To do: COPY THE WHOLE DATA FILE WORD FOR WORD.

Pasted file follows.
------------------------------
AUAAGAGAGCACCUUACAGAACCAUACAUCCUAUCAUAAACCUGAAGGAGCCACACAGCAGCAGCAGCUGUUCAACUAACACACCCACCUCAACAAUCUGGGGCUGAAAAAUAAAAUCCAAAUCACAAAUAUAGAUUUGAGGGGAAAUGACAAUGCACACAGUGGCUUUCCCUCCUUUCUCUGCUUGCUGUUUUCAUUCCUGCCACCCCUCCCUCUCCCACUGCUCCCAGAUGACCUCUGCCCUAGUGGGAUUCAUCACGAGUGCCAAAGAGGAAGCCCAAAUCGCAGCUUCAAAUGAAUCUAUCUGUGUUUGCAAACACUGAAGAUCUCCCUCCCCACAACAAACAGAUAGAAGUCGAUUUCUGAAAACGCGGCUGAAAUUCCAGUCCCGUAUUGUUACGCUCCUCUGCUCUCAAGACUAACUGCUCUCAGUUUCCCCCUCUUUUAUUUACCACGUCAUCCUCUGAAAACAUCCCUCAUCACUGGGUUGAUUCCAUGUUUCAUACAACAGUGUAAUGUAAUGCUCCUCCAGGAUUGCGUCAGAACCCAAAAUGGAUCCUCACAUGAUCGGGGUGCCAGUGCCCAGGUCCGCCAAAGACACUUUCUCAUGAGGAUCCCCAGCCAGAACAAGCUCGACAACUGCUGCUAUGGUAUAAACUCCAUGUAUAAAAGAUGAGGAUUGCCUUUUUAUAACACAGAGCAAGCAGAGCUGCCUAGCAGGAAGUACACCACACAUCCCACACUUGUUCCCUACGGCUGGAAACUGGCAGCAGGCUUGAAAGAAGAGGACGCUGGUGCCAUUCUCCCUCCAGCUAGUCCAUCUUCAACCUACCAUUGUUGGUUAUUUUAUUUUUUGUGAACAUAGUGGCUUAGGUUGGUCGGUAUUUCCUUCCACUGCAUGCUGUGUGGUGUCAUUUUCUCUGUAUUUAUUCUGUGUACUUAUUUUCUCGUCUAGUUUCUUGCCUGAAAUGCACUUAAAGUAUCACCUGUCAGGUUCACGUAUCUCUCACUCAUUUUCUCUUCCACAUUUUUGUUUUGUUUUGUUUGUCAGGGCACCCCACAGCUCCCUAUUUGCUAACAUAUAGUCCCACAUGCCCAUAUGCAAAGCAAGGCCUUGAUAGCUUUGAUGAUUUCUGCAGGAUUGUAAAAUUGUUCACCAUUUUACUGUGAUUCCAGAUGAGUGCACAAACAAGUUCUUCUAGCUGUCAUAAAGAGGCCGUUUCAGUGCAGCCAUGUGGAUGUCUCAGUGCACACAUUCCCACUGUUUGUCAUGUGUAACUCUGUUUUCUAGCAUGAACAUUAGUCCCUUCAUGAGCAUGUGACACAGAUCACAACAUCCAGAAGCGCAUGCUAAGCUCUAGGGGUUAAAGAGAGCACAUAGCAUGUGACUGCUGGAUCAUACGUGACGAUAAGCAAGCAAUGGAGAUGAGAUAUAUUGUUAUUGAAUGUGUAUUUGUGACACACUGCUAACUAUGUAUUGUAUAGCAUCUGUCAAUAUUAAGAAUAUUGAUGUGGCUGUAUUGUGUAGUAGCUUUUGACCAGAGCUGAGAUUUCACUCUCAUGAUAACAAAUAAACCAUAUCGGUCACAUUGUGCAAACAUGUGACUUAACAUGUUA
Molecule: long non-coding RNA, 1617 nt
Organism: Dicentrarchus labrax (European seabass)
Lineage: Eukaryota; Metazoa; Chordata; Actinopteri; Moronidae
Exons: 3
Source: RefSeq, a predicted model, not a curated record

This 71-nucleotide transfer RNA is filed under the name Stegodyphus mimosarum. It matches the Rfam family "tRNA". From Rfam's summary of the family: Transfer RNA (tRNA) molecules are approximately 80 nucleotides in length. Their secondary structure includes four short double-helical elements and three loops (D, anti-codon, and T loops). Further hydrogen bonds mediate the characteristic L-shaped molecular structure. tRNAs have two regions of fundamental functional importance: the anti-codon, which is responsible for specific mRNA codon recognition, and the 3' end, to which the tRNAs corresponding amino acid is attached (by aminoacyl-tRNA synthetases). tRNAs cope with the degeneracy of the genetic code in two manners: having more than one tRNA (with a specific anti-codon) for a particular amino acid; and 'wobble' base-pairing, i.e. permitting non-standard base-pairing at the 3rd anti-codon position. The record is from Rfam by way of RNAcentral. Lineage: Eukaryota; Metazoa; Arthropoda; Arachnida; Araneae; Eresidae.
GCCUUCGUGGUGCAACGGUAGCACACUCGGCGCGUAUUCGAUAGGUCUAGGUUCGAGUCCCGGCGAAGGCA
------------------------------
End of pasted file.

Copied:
AUAAGAGAGCACCUUACAGAACCAUACAUCCUAUCAUAAACCUGAAGGAGCCACACAGCAGCAGCAGCUGUUCAACUAACACACCCACCUCAACAAUCUGGGGCUGAAAAAUAAAAUCCAAAUCACAAAUAUAGAUUUGAGGGGAAAUGACAAUGCACACAGUGGCUUUCCCUCCUUUCUCUGCUUGCUGUUUUCAUUCCUGCCACCCCUCCCUCUCCCACUGCUCCCAGAUGACCUCUGCCCUAGUGGGAUUCAUCACGAGUGCCAAAGAGGAAGCCCAAAUCGCAGCUUCAAAUGAAUCUAUCUGUGUUUGCAAACACUGAAGAUCUCCCUCCCCACAACAAACAGAUAGAAGUCGAUUUCUGAAAACGCGGCUGAAAUUCCAGUCCCGUAUUGUUACGCUCCUCUGCUCUCAAGACUAACUGCUCUCAGUUUCCCCCUCUUUUAUUUACCACGUCAUCCUCUGAAAACAUCCCUCAUCACUGGGUUGAUUCCAUGUUUCAUACAACAGUGUAAUGUAAUGCUCCUCCAGGAUUGCGUCAGAACCCAAAAUGGAUCCUCACAUGAUCGGGGUGCCAGUGCCCAGGUCCGCCAAAGACACUUUCUCAUGAGGAUCCCCAGCCAGAACAAGCUCGACAACUGCUGCUAUGGUAUAAACUCCAUGUAUAAAAGAUGAGGAUUGCCUUUUUAUAACACAGAGCAAGCAGAGCUGCCUAGCAGGAAGUACACCACACAUCCCACACUUGUUCCCUACGGCUGGAAACUGGCAGCAGGCUUGAAAGAAGAGGACGCUGGUGCCAUUCUCCCUCCAGCUAGUCCAUCUUCAACCUACCAUUGUUGGUUAUUUUAUUUUUUGUGAACAUAGUGGCUUAGGUUGGUCGGUAUUUCCUUCCACUGCAUGCUGUGUGGUGUCAUUUUCUCUGUAUUUAUUCUGUGUACUUAUUUUCUCGUCUAGUUUCUUGCCUGAAAUGCACUUAAAGUAUCACCUGUCAGGUUCACGUAUCUCUCACUCAUUUUCUCUUCCACAUUUUUGUUUUGUUUUGUUUGUCAGGGCACCCCACAGCUCCCUAUUUGCUAACAUAUAGUCCCACAUGCCCAUAUGCAAAGCAAGGCCUUGAUAGCUUUGAUGAUUUCUGCAGGAUUGUAAAAUUGUUCACCAUUUUACUGUGAUUCCAGAUGAGUGCACAAACAAGUUCUUCUAGCUGUCAUAAAGAGGCCGUUUCAGUGCAGCCAUGUGGAUGUCUCAGUGCACACAUUCCCACUGUUUGUCAUGUGUAACUCUGUUUUCUAGCAUGAACAUUAGUCCCUUCAUGAGCAUGUGACACAGAUCACAACAUCCAGAAGCGCAUGCUAAGCUCUAGGGGUUAAAGAGAGCACAUAGCAUGUGACUGCUGGAUCAUACGUGACGAUAAGCAAGCAAUGGAGAUGAGAUAUAUUGUUAUUGAAUGUGUAUUUGUGACACACUGCUAACUAUGUAUUGUAUAGCAUCUGUCAAUAUUAAGAAUAUUGAUGUGGCUGUAUUGUGUAGUAGCUUUUGACCAGAGCUGAGAUUUCACUCUCAUGAUAACAAAUAAACCAUAUCGGUCACAUUGUGCAAACAUGUGACUUAACAUGUUA
Molecule: long non-coding RNA, 1617 nt
Organism: Dicentrarchus labrax (European seabass)
Lineage: Eukaryota; Metazoa; Chordata; Actinopteri; Moronidae
Exons: 3
Source: RefSeq, a predicted model, not a curated record

This 71-nucleotide transfer RNA is filed under the name Stegodyphus mimosarum. It matches the Rfam family "tRNA". From Rfam's summary of the family: Transfer RNA (tRNA) molecules are approximately 80 nucleotides in length. Their secondary structure includes four short double-helical elements and three loops (D, anti-codon, and T loops). Further hydrogen bonds mediate the characteristic L-shaped molecular structure. tRNAs have two regions of fundamental functional importance: the anti-codon, which is responsible for specific mRNA codon recognition, and the 3' end, to which the tRNAs corresponding amino acid is attached (by aminoacyl-tRNA synthetases). tRNAs cope with the degeneracy of the genetic code in two manners: having more than one tRNA (with a specific anti-codon) for a particular amino acid; and 'wobble' base-pairing, i.e. permitting non-standard base-pairing at the 3rd anti-codon position. The record is from Rfam by way of RNAcentral. Lineage: Eukaryota; Metazoa; Arthropoda; Arachnida; Araneae; Eresidae.
GCCUUCGUGGUGCAACGGUAGCACACUCGGCGCGUAUUCGAUAGGUCUAGGUUCGAGUCCCGGCGAAGGCA